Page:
Directory of Open Access Journals (Sweden)

    F. Saverio Bersani

    2015-01-01

    Full Text Available Obesity and overeating are among the most prevalent health concerns worldwide and individuals are increasingly using performance and image-enhancing drugs (PIEDs as an easy and fast way to control their weight. Among these, herbal weight-loss products (HWLPs often attract users due to their health claims, assumed safety, easy availability, affordable price, extensive marketing, and the perceived lack of need for professional oversight. Reports suggest that certain HWLPs may lead to onset or exacerbation of psychiatric disturbances. Here we review the available evidence on psychiatric adverse effects of HWLPs due to their intrinsic toxicity and potential for interaction with psychiatric medications.

  3. Adverse Psychiatric Effects Associated with Herbal Weight-Loss Products

    Science.gov (United States)

    Bersani, F. Saverio; Coviello, Marialuce; Imperatori, Claudio; Francesconi, Marta; Hough, Christina M.; Valeriani, Giuseppe; De Stefano, Gianfranco; Bolzan Mariotti Posocco, Flaminia; Santacroce, Rita; Minichino, Amedeo; Corazza, Ornella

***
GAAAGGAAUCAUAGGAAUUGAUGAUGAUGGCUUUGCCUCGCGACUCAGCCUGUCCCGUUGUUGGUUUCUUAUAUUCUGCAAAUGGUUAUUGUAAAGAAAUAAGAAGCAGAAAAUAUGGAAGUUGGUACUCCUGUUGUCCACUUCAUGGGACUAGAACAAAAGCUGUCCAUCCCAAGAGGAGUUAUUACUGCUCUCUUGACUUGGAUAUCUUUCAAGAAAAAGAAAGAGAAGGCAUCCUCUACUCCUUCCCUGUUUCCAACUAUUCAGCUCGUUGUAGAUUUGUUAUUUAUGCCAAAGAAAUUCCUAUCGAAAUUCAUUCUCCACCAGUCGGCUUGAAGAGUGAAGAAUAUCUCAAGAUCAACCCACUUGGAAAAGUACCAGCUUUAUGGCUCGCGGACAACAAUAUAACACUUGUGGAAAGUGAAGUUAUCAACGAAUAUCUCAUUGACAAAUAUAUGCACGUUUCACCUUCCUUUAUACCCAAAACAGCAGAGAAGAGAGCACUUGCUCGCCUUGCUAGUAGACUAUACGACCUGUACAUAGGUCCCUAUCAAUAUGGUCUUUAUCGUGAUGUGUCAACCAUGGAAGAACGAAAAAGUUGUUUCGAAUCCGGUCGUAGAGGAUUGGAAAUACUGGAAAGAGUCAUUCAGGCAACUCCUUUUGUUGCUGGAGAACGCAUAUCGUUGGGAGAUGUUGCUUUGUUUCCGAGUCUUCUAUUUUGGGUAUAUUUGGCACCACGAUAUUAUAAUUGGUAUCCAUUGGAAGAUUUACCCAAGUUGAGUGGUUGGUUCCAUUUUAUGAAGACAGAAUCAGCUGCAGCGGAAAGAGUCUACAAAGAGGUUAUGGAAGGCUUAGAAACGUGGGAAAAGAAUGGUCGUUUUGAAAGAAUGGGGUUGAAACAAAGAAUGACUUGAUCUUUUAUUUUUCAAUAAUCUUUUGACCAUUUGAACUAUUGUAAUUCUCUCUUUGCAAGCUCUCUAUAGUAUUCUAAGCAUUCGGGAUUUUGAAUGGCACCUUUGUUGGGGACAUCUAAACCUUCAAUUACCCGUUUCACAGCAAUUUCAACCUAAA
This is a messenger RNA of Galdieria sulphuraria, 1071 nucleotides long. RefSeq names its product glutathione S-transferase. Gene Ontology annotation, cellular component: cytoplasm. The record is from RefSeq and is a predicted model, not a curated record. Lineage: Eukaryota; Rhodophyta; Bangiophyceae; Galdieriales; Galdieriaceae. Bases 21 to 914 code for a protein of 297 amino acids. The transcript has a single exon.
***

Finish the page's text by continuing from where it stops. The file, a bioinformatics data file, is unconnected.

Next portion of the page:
2015-01-01

    Obesity and overeating are among the most prevalent health concerns worldwide and individuals are increasingly using performance and image-enhancing drugs (PIEDs) as an easy and fast way to control their weight. Among these, herbal weight-loss products (HWLPs) often attract users due to their health claims, assumed safety, easy availability, affordable price, extensive marketing, and the perceived lack of need for professional oversight. Reports suggest that certain HWLPs may lead to onset or exacerbation of psychiatric disturbances. Here we review the available evidence on psychiatric adverse effects of HWLPs due to their intrinsic toxicity and potential for interaction with psychiatric medications. PMID:26457296

  4. Are peripheral opioid antagonists the solution to opioid side effects?

    LENUS (Irish Health Repository)

    Bates, John J

    2012-02-03

    Opioid medication is the mainstay of therapy for severe acute and chronic pain. Unfortunately, the side effects of these medications can affect patient comfort and safety, thus limiting their proven therapeutic potential. Whereas the main analgesic effects of opioids are centrally mediated, many of the common side effects are mediated via peripheral receptors. Novel peripheral opioid antagonists have been recently introduced that can block the peripheral actions of opioids without affecting centrally mediated analgesia. We review the clinical and experimental evidence of their efficacy in ameliorating opioid side effects and consider what further information might be useful in defining their role. IMPLICATIONS: The major analgesic effects of opioid medication are mediated within the brain and spinal cord. Many of the side effects of opioids are caused by activation of receptors outside these areas. Recently developed peripherally restricted opioid antagonists have the ability to block many opioid side effects without affecting analgesia.

  5. Systemic and Nonrenal Adverse Effects Occurring in Renal Transplant Patients Treated with mTOR Inhibitors

    Directory of Open Access Journals (Sweden)

    Gianluigi Zaza

    2013-01-01